It’s no secret that our return to Clemson is accompanied by several national outcries. After living through months of faulty government leadership and nationwide confusion, students are now adding hours of college courses to the mix. While the country that many Clemson students call home continues to unravel, young adults are being called into advocacy as an attempt to save their friends and family from a deadly virus, racism and now the downfall of the United States Postal Service. Although it seems like a lot, it's fairly simple: save the USPS and wear your mask. 

The United States Postal Service is an important part of the lives of many Americans. Veterans and elderly people rely on the USPS for their medications and those without access to the internet need to mail paperwork or money, but that doesn’t even begin to scratch the surface of how the post office caters to all types of people. In a few words, the post office is essential and lifesaving. However, despite its necessity and historical significance, the USPS, and therefore the presidential election, is in danger. Postmaster General Louis DeJoy attempted to make several changes to operations that could have severe negative consequences. As of right now, the government refuses to give the USPS the financial help they need, and some mailboxes and sorting machines in primarily Democratic-leaning states have been removed. While they can, and hopefully will be, replaced in time for the election, it's evident that some government officials would do anything to disparage mail-in voting. Although DeJoy mentioned that the changes in post office hours and overtime slashing will now be held off until after the election, one thing is clear: the government is directly refusing to help American citizens. The post office is structured around overtime, so employees leaving due to COVID-19 and lack of overtime available directly impacts the election. Removing mailboxes and sorters, defunding the USPS and refusing access to mail-in ballots results from a lack of regard for basic human rights. People need to receive their medications and stay in contact with their family members. By refusing to fund the USPS and actively altering the amount of machines needed to quickly deliver mail, the option to vote in the 2020 election by mail is diminishing. Therefore, immunocompromised people will be forced to expose themselves to COVID-19 to simply exercise their right as Americans. Forcing citizens to take off work and stand in an overcrowded polling place during a pandemic is not something a government that cares for its people would do. Our current president is intentionally sabotaging a life saving process, removing our freedom and putting others in incredible danger, just to rig an election. In order to save our fellow citizens, we need to save the post office. In order to save democracy and build a better world to step into after college, we need to become advocates for the USPS. If anything, think about the graduation announcements you’ll need to send out so your aunt gives you $20. You need the post office for that.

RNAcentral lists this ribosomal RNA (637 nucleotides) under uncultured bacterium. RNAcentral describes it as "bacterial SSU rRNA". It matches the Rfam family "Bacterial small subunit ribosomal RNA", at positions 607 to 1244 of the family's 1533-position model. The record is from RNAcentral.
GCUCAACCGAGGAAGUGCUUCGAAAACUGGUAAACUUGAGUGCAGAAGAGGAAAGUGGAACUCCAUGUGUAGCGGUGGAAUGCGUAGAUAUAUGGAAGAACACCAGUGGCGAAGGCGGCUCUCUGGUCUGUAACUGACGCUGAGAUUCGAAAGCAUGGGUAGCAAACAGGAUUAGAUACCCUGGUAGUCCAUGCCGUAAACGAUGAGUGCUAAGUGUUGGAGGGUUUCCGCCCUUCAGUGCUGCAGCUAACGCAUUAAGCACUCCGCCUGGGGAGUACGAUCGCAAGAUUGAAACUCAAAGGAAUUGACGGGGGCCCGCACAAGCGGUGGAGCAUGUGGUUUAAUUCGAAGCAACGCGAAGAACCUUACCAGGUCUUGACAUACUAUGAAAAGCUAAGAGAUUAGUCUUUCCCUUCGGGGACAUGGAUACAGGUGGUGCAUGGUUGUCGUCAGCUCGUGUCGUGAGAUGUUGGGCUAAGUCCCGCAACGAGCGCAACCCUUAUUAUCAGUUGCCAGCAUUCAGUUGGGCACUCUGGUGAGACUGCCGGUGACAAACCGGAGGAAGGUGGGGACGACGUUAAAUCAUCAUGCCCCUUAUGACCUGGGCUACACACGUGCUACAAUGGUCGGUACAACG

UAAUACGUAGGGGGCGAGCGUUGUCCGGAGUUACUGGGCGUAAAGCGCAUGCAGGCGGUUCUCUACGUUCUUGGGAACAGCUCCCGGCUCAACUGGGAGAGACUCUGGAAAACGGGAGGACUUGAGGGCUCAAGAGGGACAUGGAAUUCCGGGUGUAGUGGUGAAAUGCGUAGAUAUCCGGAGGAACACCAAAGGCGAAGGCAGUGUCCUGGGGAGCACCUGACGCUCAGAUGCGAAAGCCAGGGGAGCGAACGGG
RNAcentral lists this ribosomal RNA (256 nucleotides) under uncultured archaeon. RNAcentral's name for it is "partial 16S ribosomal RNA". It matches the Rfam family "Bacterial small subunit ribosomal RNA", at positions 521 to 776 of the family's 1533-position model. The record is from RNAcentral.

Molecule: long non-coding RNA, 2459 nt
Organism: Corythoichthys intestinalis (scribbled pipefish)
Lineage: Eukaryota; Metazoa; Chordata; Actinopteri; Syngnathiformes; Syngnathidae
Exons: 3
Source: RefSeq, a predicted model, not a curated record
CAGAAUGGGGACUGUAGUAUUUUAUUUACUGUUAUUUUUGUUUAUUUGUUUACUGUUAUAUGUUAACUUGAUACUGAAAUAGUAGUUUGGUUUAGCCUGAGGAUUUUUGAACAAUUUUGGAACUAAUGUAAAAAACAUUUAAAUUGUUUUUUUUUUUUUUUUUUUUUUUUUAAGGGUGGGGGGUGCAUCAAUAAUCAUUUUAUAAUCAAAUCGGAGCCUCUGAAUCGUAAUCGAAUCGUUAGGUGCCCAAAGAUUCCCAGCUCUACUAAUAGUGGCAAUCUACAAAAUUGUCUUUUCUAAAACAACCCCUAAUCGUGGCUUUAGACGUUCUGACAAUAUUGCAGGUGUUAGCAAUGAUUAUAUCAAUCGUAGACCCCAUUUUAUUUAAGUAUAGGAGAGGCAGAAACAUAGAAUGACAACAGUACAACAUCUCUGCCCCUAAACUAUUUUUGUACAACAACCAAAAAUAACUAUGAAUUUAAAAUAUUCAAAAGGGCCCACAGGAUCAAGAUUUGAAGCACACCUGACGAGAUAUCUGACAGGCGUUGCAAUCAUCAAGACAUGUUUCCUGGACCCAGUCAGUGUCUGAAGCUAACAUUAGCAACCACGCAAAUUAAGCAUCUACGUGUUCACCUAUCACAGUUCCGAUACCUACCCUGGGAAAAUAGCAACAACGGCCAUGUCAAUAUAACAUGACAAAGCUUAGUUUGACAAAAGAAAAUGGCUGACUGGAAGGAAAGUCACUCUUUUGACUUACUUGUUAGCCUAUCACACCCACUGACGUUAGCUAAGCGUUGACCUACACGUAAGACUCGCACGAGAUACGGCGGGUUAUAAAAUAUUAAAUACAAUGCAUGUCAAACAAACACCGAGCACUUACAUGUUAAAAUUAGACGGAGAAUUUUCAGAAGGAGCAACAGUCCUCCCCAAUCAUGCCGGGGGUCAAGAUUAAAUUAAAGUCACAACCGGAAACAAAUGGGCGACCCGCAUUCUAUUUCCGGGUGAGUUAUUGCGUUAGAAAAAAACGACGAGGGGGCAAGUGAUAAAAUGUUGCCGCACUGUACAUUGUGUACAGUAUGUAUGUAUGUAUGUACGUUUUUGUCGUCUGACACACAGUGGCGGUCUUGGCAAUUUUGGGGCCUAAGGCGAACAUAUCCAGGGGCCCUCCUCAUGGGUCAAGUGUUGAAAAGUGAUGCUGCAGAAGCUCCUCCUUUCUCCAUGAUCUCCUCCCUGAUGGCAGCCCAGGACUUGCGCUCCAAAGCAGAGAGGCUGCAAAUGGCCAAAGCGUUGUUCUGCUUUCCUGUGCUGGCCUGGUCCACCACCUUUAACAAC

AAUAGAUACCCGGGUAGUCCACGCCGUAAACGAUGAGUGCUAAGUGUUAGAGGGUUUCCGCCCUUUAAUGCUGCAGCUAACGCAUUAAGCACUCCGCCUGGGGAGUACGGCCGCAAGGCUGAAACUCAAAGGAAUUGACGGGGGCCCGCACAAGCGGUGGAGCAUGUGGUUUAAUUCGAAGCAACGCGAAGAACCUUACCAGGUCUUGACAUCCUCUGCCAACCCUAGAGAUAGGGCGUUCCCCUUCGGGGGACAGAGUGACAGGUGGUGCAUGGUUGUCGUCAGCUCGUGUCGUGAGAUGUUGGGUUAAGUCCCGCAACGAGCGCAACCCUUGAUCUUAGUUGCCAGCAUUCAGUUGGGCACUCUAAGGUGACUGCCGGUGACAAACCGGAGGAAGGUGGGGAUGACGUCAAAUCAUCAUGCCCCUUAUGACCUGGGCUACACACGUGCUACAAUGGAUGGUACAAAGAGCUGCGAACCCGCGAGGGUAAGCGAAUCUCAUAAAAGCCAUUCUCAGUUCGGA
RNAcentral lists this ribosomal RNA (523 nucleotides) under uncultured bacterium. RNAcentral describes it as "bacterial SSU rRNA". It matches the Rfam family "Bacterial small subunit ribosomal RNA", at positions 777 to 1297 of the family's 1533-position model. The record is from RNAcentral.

While saving USPS and democracy itself can sometimes be tiring, you could temporarily forget that the United States is still knee-deep in COVID-19 cases. Although America had the opportunity to learn from the European countries that were hit with numerous cases and therefore potentially prevent widespread infection, our leaders decided to ignore it. We now have to rely on masks and the common sense of our neighbors to control a terrifying virus while other nations enjoy (masked, of course) summer vacations. According to the latest update on the official Department of Health and Environmental Control website, there were 2,001 reported COVID-19 cases in Pickens County on Aug. 17. Wearing a mask when surrounded by people other than your roommates, social distancing and only eating or drinking outside could decrease the impact of coronavirus in the area. As a result, elderly Clemson residents, immunocompromised students and professors could feel safer in their own community, even if the feeling is slight. If you listen to scientists and those who have dedicated their lives to public health policy, these words do not come as a surprise. If each Clemson resident just wears a mask, the future of football and in-person classes will look brighter. 

As young adults, we need to take responsibility for our future. We have to deal with the results of decisions made by the older men who won’t even live to see the outcome. Democracy thrives from youthful energy, so complete your Canvas quiz or Zoom lecture, then sign some petitions and buy some stamps. There are multiple resources that explain how to be an advocate, so it shouldn't be hard: listen to actual health professionals, wear a dang mask and save the post office. 

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